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From reality TV to reality bites

From reality TV to reality bites


Andrew Hyde was the gay cheerleader on CBS's The Amazing Race, giving him 15 minutes of fame that he is determined to put to use to improve life for gay youths. The harsh reality they often face, he reminds us, isn't like any reality TV show.

After my kick-ass vacation appearing on the third season of The Amazing Race on CBS--I was one of three openly gay contestants on three different teams that time around--I had a decision to make: What do you do after becoming a reality-TV star? (1) Move to Hollywood and become an A-list actor. C'mon! How many Survivor castaways do you see starring with Tom Hanks or Julia Roberts? (2) Travel the world. Maybe you could do that if you actually won The Amazing Race--which most of us didn't. (3) Sign autographs at shopping malls. I think I'll pass.

The majority of reality-TV personalities simply head back home and dive back into their normal lives. Our 15 minutes are over, and most of us are brave enough to admit it. But once I had been eliminated, after racing around the world with my conservative Southern Baptist father, Dennis, I realized that I had bigger plans. I decided to head back home and dive into making a difference.

You see, I've just turned 22, I'm gay, and I live in Kentucky. Kentucky is not known for its acceptance of gays. I learned this lesson the hard way.

In high school I was a cheerleader on two nationally ranked squads. I was also the only male cheerleader in the high school for years. Needless to say, it wasn't easy. I remember being hit in the head with rocks, being pushed into walls, and even hearing the fans of our opposing team chanting "Faggot" in unison. But cheerleading was my life, and I refused to quit. I survived and went on to college--and more cheerleading.

At age 21, I was cast with my dad in The Amazing Race, and we were thrown into the realm of reality TV--and I was outed to millions of viewers all around the world. There's something about being out of the closet on international TV that builds up your self-confidence. I never feel the need to hide anymore.

After the interviews, the pictures, the autographs, and the parties I went back into my "happy place" in Lexington, Ky., and launched my own Web site. It was that site that changed my outlook on life. As soon as I got home from a media tour in New York, I noticed that my E-mail box was no longer filled just with spam E-mails telling me how to grow my penis 6 inches longer or something about college girls with Web cams. Far outnumbering the spam were thousands of E-mails from teens and young adults that watched the show, most of them gay, lesbian, bisexual, or transgendered. The boys and girls told me their stories of being in the closet, the tragic tales of violence and hatred that had occurred toward them, and then they all asked for my advice. My advice? I'm a goofy cheerleader thrown into some crazy TV show. I am not a therapist; I am not a doctor; I was not even an activist--until now.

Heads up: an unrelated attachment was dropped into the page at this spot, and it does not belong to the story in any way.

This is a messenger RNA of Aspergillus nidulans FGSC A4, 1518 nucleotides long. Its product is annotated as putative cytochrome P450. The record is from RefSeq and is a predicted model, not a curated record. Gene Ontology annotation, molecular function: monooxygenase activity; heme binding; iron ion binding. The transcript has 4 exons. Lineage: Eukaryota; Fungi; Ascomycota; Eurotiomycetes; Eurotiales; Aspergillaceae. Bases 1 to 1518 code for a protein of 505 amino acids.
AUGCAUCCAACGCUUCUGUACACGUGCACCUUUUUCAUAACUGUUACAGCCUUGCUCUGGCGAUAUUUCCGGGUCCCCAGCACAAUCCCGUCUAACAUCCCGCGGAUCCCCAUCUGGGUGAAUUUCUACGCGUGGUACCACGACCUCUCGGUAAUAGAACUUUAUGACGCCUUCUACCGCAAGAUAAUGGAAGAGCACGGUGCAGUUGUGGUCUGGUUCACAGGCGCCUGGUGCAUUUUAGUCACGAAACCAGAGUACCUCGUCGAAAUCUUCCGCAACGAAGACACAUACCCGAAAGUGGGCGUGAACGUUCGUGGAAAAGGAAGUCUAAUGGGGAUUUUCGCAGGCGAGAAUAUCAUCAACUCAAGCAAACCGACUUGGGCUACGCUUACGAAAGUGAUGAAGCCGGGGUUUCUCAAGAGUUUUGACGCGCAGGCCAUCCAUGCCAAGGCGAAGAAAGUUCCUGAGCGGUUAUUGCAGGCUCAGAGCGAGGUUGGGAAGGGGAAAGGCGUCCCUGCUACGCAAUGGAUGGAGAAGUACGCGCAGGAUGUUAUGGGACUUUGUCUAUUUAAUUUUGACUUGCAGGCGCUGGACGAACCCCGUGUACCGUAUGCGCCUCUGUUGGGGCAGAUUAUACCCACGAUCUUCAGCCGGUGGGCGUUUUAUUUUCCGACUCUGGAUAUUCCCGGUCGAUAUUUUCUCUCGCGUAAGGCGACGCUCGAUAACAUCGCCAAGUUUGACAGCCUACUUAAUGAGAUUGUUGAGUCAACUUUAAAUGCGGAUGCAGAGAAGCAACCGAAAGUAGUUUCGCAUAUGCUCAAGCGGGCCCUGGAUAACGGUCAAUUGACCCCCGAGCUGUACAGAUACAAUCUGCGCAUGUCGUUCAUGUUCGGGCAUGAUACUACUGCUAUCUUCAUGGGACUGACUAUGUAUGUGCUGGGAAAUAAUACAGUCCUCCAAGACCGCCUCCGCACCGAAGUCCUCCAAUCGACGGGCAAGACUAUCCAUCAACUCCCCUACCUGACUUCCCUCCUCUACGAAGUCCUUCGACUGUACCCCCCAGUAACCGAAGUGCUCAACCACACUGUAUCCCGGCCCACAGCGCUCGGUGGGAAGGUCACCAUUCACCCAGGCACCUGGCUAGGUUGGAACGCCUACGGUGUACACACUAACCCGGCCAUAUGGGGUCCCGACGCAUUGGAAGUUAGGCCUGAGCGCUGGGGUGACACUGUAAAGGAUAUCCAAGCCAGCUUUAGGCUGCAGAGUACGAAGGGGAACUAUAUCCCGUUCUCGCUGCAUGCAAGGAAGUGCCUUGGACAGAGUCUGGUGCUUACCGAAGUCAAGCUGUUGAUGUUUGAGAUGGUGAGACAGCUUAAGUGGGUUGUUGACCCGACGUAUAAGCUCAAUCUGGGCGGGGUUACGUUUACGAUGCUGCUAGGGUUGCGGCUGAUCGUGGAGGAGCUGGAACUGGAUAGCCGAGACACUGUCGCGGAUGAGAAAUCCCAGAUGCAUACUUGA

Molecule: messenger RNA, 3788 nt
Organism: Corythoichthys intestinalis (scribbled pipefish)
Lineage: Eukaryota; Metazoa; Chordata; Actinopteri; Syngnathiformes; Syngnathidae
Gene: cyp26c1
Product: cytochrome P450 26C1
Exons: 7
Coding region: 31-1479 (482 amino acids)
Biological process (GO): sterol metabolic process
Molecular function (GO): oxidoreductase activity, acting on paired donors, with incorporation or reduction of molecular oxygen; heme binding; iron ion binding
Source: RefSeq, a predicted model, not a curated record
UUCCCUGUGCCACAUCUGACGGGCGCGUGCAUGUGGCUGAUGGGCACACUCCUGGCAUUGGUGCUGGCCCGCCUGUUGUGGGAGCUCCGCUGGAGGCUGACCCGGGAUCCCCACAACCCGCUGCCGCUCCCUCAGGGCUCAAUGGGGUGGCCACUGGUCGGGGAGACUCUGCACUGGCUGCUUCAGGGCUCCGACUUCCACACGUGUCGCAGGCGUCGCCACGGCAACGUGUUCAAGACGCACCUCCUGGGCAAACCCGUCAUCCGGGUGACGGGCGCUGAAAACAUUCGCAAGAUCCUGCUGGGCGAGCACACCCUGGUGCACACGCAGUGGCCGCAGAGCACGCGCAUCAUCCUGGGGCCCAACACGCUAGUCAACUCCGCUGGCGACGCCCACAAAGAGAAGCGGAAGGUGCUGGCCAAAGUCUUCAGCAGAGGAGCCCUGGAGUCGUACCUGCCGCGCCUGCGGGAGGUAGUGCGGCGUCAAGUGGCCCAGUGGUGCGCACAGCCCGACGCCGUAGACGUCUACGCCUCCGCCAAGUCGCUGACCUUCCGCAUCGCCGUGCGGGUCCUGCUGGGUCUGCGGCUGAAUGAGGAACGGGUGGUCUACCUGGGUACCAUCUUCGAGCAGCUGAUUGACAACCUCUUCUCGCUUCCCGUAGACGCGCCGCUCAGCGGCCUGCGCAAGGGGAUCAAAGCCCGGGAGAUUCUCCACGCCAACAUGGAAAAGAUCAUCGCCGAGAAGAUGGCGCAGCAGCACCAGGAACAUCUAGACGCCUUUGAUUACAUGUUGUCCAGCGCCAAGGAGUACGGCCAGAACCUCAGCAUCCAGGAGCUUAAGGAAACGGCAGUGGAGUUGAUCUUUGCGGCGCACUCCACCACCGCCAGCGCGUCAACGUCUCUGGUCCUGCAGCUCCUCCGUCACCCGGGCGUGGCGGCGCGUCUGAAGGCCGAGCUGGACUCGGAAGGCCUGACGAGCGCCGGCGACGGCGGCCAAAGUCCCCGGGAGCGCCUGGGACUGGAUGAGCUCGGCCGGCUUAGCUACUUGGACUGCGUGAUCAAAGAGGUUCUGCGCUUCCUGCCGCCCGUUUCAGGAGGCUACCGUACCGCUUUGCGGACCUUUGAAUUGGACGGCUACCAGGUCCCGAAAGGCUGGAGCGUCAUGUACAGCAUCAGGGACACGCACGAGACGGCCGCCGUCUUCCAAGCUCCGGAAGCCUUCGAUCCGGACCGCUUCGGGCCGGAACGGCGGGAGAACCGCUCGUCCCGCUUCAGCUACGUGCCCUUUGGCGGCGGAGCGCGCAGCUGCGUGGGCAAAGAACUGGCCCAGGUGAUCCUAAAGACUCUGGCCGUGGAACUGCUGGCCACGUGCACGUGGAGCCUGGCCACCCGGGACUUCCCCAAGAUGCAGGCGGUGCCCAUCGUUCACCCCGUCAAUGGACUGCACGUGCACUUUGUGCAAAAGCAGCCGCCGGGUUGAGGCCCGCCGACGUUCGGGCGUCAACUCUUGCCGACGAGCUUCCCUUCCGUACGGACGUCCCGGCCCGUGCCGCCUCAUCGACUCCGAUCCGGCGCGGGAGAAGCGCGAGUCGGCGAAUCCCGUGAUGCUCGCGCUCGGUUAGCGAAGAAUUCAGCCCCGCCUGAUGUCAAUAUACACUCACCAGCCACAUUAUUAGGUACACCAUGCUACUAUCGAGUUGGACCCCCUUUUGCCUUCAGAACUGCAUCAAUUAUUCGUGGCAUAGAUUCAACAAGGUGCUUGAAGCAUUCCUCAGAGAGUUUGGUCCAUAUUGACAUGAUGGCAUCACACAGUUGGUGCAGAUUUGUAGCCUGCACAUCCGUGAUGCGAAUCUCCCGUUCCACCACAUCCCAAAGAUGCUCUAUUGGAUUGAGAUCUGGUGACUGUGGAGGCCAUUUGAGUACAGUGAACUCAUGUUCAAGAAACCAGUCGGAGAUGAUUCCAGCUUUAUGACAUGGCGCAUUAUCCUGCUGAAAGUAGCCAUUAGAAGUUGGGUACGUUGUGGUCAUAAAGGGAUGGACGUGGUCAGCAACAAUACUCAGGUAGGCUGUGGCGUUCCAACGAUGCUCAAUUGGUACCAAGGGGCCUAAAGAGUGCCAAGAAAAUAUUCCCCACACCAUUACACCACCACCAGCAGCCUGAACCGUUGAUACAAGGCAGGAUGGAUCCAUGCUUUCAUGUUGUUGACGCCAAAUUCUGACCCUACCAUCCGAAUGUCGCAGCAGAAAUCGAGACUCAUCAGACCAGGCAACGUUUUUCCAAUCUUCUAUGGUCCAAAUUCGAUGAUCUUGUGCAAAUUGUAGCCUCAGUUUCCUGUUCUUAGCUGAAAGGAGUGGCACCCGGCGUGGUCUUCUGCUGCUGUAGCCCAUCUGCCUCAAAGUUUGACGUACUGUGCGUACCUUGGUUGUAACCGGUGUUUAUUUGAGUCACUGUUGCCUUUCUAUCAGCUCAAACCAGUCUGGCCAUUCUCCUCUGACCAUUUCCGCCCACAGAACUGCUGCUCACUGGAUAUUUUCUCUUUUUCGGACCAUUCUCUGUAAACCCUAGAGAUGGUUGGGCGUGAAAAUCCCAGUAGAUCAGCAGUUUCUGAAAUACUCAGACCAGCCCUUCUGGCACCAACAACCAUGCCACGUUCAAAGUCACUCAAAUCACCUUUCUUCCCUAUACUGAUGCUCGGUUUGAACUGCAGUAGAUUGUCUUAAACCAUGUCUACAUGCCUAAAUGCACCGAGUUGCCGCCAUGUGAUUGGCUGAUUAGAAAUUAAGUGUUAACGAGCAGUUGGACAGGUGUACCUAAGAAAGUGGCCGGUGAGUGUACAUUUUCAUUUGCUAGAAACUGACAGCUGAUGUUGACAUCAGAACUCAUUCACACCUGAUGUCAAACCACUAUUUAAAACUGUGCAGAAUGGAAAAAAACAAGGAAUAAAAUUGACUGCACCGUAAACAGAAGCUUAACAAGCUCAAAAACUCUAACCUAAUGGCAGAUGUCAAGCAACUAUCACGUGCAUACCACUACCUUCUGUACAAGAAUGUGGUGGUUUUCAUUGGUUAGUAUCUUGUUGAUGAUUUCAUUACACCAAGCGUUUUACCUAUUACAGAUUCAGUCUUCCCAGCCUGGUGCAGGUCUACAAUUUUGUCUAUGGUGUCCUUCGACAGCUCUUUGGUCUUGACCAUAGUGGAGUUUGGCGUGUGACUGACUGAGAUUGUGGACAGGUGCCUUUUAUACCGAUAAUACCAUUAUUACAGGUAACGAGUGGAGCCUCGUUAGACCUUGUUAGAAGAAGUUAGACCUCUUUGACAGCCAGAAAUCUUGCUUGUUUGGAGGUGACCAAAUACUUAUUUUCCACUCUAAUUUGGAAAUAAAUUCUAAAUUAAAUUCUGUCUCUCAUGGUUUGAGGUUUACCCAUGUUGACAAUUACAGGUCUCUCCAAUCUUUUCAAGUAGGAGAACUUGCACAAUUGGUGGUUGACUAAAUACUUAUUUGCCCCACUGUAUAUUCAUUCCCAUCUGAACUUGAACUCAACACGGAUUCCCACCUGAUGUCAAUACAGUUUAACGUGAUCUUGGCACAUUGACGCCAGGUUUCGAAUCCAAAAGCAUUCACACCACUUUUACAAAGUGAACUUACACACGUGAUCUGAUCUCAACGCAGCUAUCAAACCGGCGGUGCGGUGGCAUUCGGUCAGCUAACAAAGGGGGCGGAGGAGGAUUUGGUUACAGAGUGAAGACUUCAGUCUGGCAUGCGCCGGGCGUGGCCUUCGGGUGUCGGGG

The thought of suicide was a reoccurring theme in these E-mails. I could never have fathomed how bad it still is for children who are GLBT. Suddenly I realized that I had a "title" with some power. I was a Reality-TV Star, and that gave me some leverage, a platform from which to reach out to people. I knew that I had to help these kids--these kids who were just like me.

These days I appear all over, speaking and attending fund-raisers for equal rights, AIDS, diabetes research, and more. I figure anything I can do to help, I'm there! Heck I've even gotten to talk about the future to casting directors from some TV shows. That was fun. But my goal is to keep building my activist muscles big enough until I figure even The Hulk can't touch me.

I also formed Andrew's Club, a social support group for young GLBT adults in my part of Kentucky. The group meets bimonthly in Lexington and is basically a fun group in which you meet people in the same predicament as yourself. Surround yourself with positive people and you become a positive person: That is my motto.

Now I've stepped up one more level and have begun speaking around the country about growing up gay and basically how to deal. Dealing with parents, friends, and coworkers when you're young and coming out is always a tricky situation, and I figure people need help with this just as I did.

I have spoken at colleges, high schools, gay-straight alliance meetings, and pride rallies all over the country, including New York City. My message is easily stated: The holocaust of our gay youth is not over. Matthew Shepard is not a phenomenon of the past. Let's remember to look beyond our struggling economy, beyond the war, and see that children still live in fear right here in the United States.

I challenge the adults in our country to remember that we all have the means to help the younger generation. As cliche as it sounds, they are our tomorrow.

And to the youths themselves I say: You guys are kick-ass! I don't know how you constantly find the strength and will to stand up every day. Remember to live your life for you. Listen to your heart and never forget that there are millions out there just like you. If you decide to come out from behind those closet doors, you'll find us; I swear we're here.

So hopefully my work after reality TV is paying off. I figure if I can help smooth over that rough period in life for one kid, my time was worth it. Gay youths face hate and intolerance every day--and that is reality.

Advocate Channel - The Pride StoreOut / Advocate Magazine - Fellow Travelers & Jamie Lee Curtis

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Andrew Hyde